An interesting question in our analysis design is whether the basis vectors for maximizing predictability should be global or restricted to individual ocean basins. If decadal predictability in the Atlantic and Pacific arise from different mechanisms, then global basis vectors may lead to failure to detect localized predictability, or may give a misleading impression of the spatial extent of predictability. To investigate this issue, APT analysis was applied to the union of five Laplacian eigenfunctions from the Pacific plus five Laplacian eigenfunctions from the Atlantic. If predictability were localized in each basin separately, then APT analysis would indicate that fact by producing predictable components with loadings in just the Atlantic or just the Pacific. When we perform this calculation, APT analysis always yields global patterns, suggesting that the most predictable components in climate models have global expressions. This result does not necessarily imply that the mechanisms are global. For instance, the mechanism could be local, whereas the response may be global. Indeed, ENSO arises from coupled dynamics localized in the equatorial Pacific, yet it has a global expression through Rossby wave teleconnection mechanisms. Similarly, climate models show that, when one basin is forced on multidecadal time scales, the other oceans (which are free to adjust) vary in synchrony (27). If a predictable component has a global expression, then it is beneficial from a statistical point of view to use global basis vectors to improve the signal-to-noise ratio, even if the mechanisms giving rise to that predictability are local. Moreover, the mechanisms that dominate decadal predictability could very well be global (28). In any case, analyzing global basis vectors is not incompatible with the hypothesis of local mechanisms of predictability. For the above reasons, we chose global basis vectors to maximize predictability.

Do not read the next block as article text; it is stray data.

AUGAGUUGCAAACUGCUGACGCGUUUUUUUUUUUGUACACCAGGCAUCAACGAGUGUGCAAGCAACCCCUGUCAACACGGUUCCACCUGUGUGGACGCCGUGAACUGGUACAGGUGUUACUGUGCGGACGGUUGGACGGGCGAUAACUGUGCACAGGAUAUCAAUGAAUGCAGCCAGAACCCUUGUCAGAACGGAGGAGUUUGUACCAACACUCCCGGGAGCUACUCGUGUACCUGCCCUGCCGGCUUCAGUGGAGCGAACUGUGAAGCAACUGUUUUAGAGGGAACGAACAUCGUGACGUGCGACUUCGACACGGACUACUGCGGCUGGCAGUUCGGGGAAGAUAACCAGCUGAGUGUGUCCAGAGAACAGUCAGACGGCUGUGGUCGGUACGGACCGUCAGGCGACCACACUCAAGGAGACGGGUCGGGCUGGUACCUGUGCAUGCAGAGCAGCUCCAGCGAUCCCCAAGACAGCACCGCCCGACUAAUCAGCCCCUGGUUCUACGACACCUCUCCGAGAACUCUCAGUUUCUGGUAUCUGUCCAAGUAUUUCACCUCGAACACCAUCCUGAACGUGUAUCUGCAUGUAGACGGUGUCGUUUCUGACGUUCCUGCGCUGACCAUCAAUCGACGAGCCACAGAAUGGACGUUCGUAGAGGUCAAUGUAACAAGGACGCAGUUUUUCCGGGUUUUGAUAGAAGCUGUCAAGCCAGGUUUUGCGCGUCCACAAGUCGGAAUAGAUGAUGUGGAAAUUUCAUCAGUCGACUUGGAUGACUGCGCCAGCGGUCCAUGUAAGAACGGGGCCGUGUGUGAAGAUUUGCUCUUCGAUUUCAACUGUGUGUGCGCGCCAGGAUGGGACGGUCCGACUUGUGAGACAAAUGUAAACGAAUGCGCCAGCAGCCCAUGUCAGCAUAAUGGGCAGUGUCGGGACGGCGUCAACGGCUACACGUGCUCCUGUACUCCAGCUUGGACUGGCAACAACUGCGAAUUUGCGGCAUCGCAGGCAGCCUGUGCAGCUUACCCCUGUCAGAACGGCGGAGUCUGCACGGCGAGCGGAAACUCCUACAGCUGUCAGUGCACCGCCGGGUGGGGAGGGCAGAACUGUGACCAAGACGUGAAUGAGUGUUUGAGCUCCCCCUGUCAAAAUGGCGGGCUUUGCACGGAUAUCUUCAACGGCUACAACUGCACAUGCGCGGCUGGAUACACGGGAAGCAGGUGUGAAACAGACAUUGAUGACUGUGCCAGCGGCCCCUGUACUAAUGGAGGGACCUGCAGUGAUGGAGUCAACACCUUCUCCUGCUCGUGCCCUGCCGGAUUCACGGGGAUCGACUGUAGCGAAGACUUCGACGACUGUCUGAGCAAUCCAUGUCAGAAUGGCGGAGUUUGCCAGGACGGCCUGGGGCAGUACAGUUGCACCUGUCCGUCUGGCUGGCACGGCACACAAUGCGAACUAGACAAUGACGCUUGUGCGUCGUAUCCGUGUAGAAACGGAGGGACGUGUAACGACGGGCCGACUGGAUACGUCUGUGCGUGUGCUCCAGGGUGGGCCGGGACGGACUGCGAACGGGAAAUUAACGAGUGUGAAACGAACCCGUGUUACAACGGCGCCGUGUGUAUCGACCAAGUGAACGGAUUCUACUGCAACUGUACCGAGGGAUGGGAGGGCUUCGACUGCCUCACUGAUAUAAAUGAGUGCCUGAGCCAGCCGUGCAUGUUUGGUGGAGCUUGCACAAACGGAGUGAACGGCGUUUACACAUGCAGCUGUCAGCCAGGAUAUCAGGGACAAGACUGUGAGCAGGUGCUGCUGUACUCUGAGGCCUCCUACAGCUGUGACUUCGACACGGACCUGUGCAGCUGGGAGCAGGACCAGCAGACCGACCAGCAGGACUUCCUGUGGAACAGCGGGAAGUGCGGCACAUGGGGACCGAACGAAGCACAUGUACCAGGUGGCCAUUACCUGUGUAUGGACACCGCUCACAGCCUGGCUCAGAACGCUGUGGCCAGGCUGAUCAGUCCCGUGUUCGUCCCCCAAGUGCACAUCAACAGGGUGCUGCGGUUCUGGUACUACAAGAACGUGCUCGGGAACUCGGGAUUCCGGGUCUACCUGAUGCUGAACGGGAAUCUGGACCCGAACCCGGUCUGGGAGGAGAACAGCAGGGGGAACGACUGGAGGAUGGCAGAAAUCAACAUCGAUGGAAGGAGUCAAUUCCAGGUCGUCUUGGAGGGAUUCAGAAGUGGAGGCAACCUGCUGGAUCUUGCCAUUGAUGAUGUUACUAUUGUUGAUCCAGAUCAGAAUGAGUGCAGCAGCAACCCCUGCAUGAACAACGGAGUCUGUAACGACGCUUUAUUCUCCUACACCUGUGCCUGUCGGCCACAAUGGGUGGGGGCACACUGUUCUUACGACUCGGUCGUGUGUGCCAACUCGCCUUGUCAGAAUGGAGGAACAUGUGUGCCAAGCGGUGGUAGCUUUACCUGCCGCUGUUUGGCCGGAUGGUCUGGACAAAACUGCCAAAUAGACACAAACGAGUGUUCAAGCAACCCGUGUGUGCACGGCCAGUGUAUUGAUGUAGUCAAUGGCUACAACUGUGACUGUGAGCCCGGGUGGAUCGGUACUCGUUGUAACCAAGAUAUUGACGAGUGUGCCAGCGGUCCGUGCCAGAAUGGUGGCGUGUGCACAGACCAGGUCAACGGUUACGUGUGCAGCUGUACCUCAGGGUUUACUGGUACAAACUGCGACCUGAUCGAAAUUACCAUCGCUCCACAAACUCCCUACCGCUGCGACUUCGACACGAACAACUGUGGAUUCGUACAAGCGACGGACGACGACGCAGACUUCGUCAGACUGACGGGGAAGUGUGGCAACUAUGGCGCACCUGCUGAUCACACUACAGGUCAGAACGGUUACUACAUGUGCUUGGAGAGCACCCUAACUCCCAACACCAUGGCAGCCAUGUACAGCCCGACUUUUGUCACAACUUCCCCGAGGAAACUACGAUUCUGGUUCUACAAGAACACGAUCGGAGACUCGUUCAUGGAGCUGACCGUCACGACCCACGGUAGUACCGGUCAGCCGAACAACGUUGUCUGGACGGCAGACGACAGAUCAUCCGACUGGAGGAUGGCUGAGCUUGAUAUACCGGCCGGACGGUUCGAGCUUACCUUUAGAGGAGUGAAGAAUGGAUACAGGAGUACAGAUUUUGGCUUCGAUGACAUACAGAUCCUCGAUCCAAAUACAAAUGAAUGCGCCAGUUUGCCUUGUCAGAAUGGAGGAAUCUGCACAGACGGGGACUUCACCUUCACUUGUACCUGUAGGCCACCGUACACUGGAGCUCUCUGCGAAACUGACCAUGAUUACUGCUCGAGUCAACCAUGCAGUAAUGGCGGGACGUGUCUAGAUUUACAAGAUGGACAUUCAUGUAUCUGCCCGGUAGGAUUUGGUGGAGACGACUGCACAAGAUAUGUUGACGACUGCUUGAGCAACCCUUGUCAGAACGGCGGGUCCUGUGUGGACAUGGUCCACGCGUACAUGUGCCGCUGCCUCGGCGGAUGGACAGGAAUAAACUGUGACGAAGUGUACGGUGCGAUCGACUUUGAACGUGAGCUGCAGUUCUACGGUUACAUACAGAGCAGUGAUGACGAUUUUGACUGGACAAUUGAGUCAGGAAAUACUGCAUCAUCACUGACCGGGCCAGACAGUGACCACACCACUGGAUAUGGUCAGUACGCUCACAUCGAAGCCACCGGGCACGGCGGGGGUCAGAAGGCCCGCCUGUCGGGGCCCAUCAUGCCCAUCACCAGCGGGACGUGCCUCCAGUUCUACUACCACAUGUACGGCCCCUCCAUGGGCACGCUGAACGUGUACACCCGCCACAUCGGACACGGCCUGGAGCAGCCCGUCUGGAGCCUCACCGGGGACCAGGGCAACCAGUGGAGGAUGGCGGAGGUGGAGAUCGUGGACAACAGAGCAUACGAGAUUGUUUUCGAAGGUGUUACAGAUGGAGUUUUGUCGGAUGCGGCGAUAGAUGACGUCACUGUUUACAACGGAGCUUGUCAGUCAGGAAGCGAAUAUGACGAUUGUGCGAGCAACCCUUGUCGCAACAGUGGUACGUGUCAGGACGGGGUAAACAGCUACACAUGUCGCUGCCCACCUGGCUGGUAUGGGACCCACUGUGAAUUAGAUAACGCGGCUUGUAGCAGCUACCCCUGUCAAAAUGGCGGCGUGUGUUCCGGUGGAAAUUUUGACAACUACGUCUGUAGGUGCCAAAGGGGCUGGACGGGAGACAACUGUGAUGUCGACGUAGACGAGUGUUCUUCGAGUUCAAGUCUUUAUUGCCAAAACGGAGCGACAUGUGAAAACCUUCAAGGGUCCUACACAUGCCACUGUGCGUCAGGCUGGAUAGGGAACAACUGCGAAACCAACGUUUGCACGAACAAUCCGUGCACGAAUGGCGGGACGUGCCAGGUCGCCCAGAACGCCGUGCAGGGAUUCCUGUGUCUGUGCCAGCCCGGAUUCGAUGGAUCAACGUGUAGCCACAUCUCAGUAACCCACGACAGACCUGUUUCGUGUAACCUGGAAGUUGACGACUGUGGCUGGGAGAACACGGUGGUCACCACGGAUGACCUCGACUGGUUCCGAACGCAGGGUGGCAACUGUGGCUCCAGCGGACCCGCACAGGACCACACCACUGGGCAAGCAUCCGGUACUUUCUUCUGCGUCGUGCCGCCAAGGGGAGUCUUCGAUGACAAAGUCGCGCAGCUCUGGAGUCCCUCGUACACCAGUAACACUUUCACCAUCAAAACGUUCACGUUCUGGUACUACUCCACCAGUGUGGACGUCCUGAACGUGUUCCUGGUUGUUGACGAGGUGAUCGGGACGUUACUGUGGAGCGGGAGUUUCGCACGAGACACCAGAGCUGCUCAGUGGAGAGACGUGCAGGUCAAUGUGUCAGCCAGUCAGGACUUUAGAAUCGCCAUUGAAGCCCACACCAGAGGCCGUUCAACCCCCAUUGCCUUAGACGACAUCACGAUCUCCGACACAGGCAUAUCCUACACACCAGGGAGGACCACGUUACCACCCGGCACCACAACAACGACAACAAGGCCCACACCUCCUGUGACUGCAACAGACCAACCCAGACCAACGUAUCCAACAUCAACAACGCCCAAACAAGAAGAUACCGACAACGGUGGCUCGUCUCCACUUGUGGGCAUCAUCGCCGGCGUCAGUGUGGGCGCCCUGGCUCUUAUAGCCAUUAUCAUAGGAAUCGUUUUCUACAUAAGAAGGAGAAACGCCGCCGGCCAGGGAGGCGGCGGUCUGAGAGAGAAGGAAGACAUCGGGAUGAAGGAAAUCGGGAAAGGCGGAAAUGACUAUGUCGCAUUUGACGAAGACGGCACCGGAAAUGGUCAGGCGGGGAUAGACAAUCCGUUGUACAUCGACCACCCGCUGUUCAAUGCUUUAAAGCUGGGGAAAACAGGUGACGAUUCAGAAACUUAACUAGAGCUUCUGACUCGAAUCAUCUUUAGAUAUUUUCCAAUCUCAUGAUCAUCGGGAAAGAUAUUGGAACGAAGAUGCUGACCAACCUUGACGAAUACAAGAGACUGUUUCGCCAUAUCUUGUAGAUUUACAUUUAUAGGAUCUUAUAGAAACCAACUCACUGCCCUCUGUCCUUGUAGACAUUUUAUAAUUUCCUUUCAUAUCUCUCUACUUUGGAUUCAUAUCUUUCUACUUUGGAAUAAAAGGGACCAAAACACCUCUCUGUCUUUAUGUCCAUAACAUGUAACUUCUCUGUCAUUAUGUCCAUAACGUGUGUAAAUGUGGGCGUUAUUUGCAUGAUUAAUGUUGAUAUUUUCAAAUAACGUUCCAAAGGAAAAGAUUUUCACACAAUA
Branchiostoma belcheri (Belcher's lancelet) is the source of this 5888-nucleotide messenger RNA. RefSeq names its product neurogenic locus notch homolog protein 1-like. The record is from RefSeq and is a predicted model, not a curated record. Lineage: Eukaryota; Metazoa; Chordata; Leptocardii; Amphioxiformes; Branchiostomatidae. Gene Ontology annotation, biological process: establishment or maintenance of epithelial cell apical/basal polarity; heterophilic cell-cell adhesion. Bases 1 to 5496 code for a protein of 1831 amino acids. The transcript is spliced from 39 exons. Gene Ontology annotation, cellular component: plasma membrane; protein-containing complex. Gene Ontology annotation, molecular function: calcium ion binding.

## Data and Method